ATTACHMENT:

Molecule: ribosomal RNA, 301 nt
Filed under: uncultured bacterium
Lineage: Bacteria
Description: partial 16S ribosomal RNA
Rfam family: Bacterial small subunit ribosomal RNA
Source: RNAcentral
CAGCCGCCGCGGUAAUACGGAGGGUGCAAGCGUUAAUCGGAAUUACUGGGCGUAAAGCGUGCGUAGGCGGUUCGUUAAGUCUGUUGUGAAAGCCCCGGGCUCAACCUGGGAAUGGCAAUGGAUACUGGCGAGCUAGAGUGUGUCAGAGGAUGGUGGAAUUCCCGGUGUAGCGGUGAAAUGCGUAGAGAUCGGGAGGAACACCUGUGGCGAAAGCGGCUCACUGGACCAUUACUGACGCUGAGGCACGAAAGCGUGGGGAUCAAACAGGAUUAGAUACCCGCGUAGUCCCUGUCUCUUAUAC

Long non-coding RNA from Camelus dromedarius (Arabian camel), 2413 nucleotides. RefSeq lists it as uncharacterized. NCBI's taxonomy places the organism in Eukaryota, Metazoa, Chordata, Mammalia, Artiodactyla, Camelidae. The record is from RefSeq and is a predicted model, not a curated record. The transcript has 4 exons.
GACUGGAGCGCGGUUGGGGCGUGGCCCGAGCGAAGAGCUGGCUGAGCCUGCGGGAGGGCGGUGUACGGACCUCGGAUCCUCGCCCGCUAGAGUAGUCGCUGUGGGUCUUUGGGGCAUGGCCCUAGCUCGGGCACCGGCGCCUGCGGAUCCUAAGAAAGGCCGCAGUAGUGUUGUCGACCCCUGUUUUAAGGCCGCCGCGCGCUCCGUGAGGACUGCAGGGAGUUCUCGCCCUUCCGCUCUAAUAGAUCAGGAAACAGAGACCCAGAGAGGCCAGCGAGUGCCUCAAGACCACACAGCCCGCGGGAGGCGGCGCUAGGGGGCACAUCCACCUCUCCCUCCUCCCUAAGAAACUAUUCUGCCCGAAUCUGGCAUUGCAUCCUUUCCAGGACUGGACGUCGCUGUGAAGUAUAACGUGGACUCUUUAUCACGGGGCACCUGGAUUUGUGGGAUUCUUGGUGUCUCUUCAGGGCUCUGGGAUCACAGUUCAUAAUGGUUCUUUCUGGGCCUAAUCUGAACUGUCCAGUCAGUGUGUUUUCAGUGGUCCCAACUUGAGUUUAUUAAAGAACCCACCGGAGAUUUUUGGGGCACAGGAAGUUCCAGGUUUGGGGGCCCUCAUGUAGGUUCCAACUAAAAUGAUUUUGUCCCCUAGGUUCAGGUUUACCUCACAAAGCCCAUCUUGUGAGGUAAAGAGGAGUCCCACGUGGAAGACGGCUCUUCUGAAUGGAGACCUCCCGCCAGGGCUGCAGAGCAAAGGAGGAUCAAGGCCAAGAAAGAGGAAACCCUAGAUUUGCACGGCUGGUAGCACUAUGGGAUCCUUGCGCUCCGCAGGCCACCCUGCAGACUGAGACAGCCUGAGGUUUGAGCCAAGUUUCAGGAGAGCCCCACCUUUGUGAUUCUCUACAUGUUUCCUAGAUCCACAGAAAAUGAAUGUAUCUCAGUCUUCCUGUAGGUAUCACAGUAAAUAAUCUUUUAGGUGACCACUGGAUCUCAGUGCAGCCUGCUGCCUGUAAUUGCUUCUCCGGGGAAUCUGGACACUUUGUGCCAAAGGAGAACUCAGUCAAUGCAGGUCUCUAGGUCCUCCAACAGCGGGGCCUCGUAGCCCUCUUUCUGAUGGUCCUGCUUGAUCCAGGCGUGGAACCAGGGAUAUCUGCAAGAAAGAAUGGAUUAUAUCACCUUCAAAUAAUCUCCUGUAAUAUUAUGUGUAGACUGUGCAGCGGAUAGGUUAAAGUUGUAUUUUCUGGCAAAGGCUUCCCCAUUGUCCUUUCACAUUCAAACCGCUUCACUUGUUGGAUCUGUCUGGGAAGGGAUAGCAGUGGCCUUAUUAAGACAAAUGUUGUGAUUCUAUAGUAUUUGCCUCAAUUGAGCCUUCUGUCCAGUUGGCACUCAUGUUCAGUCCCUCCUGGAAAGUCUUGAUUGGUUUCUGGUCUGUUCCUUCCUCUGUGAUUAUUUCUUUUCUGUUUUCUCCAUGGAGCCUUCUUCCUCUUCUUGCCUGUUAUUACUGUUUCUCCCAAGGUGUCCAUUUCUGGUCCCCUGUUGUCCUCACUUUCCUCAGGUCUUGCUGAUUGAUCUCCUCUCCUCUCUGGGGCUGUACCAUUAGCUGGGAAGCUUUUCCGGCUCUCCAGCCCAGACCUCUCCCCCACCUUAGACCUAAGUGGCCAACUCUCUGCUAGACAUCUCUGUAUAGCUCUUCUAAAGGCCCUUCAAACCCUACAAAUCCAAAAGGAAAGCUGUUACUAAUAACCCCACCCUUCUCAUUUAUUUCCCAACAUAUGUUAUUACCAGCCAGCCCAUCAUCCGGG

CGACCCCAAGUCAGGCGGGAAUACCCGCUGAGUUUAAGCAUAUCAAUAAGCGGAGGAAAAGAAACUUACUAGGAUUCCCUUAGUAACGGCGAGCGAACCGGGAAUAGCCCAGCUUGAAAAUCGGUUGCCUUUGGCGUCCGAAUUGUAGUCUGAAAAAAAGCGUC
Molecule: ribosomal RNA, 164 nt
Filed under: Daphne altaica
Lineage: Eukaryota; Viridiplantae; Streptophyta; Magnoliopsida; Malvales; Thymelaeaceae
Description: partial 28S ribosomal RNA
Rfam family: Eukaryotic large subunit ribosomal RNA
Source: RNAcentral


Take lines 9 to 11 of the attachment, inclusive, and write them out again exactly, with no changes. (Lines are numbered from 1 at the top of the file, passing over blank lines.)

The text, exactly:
GACUGGAGCGCGGUUGGGGCGUGGCCCGAGCGAAGAGCUGGCUGAGCCUGCGGGAGGGCGGUGUACGGACCUCGGAUCCUCGCCCGCUAGAGUAGUCGCUGUGGGUCUUUGGGGCAUGGCCCUAGCUCGGGCACCGGCGCCUGCGGAUCCUAAGAAAGGCCGCAGUAGUGUUGUCGACCCCUGUUUUAAGGCCGCCGCGCGCUCCGUGAGGACUGCAGGGAGUUCUCGCCCUUCCGCUCUAAUAGAUCAGGAAACAGAGACCCAGAGAGGCCAGCGAGUGCCUCAAGACCACACAGCCCGCGGGAGGCGGCGCUAGGGGGCACAUCCACCUCUCCCUCCUCCCUAAGAAACUAUUCUGCCCGAAUCUGGCAUUGCAUCCUUUCCAGGACUGGACGUCGCUGUGAAGUAUAACGUGGACUCUUUAUCACGGGGCACCUGGAUUUGUGGGAUUCUUGGUGUCUCUUCAGGGCUCUGGGAUCACAGUUCAUAAUGGUUCUUUCUGGGCCUAAUCUGAACUGUCCAGUCAGUGUGUUUUCAGUGGUCCCAACUUGAGUUUAUUAAAGAACCCACCGGAGAUUUUUGGGGCACAGGAAGUUCCAGGUUUGGGGGCCCUCAUGUAGGUUCCAACUAAAAUGAUUUUGUCCCCUAGGUUCAGGUUUACCUCACAAAGCCCAUCUUGUGAGGUAAAGAGGAGUCCCACGUGGAAGACGGCUCUUCUGAAUGGAGACCUCCCGCCAGGGCUGCAGAGCAAAGGAGGAUCAAGGCCAAGAAAGAGGAAACCCUAGAUUUGCACGGCUGGUAGCACUAUGGGAUCCUUGCGCUCCGCAGGCCACCCUGCAGACUGAGACAGCCUGAGGUUUGAGCCAAGUUUCAGGAGAGCCCCACCUUUGUGAUUCUCUACAUGUUUCCUAGAUCCACAGAAAAUGAAUGUAUCUCAGUCUUCCUGUAGGUAUCACAGUAAAUAAUCUUUUAGGUGACCACUGGAUCUCAGUGCAGCCUGCUGCCUGUAAUUGCUUCUCCGGGGAAUCUGGACACUUUGUGCCAAAGGAGAACUCAGUCAAUGCAGGUCUCUAGGUCCUCCAACAGCGGGGCCUCGUAGCCCUCUUUCUGAUGGUCCUGCUUGAUCCAGGCGUGGAACCAGGGAUAUCUGCAAGAAAGAAUGGAUUAUAUCACCUUCAAAUAAUCUCCUGUAAUAUUAUGUGUAGACUGUGCAGCGGAUAGGUUAAAGUUGUAUUUUCUGGCAAAGGCUUCCCCAUUGUCCUUUCACAUUCAAACCGCUUCACUUGUUGGAUCUGUCUGGGAAGGGAUAGCAGUGGCCUUAUUAAGACAAAUGUUGUGAUUCUAUAGUAUUUGCCUCAAUUGAGCCUUCUGUCCAGUUGGCACUCAUGUUCAGUCCCUCCUGGAAAGUCUUGAUUGGUUUCUGGUCUGUUCCUUCCUCUGUGAUUAUUUCUUUUCUGUUUUCUCCAUGGAGCCUUCUUCCUCUUCUUGCCUGUUAUUACUGUUUCUCCCAAGGUGUCCAUUUCUGGUCCCCUGUUGUCCUCACUUUCCUCAGGUCUUGCUGAUUGAUCUCCUCUCCUCUCUGGGGCUGUACCAUUAGCUGGGAAGCUUUUCCGGCUCUCCAGCCCAGACCUCUCCCCCACCUUAGACCUAAGUGGCCAACUCUCUGCUAGACAUCUCUGUAUAGCUCUUCUAAAGGCCCUUCAAACCCUACAAAUCCAAAAGGAAAGCUGUUACUAAUAACCCCACCCUUCUCAUUUAUUUCCCAACAUAUGUUAUUACCAGCCAGCCCAUCAUCCGGG

CGACCCCAAGUCAGGCGGGAAUACCCGCUGAGUUUAAGCAUAUCAAUAAGCGGAGGAAAAGAAACUUACUAGGAUUCCCUUAGUAACGGCGAGCGAACCGGGAAUAGCCCAGCUUGAAAAUCGGUUGCCUUUGGCGUCCGAAUUGUAGUCUGAAAAAAAGCGUC
Molecule: ribosomal RNA, 164 nt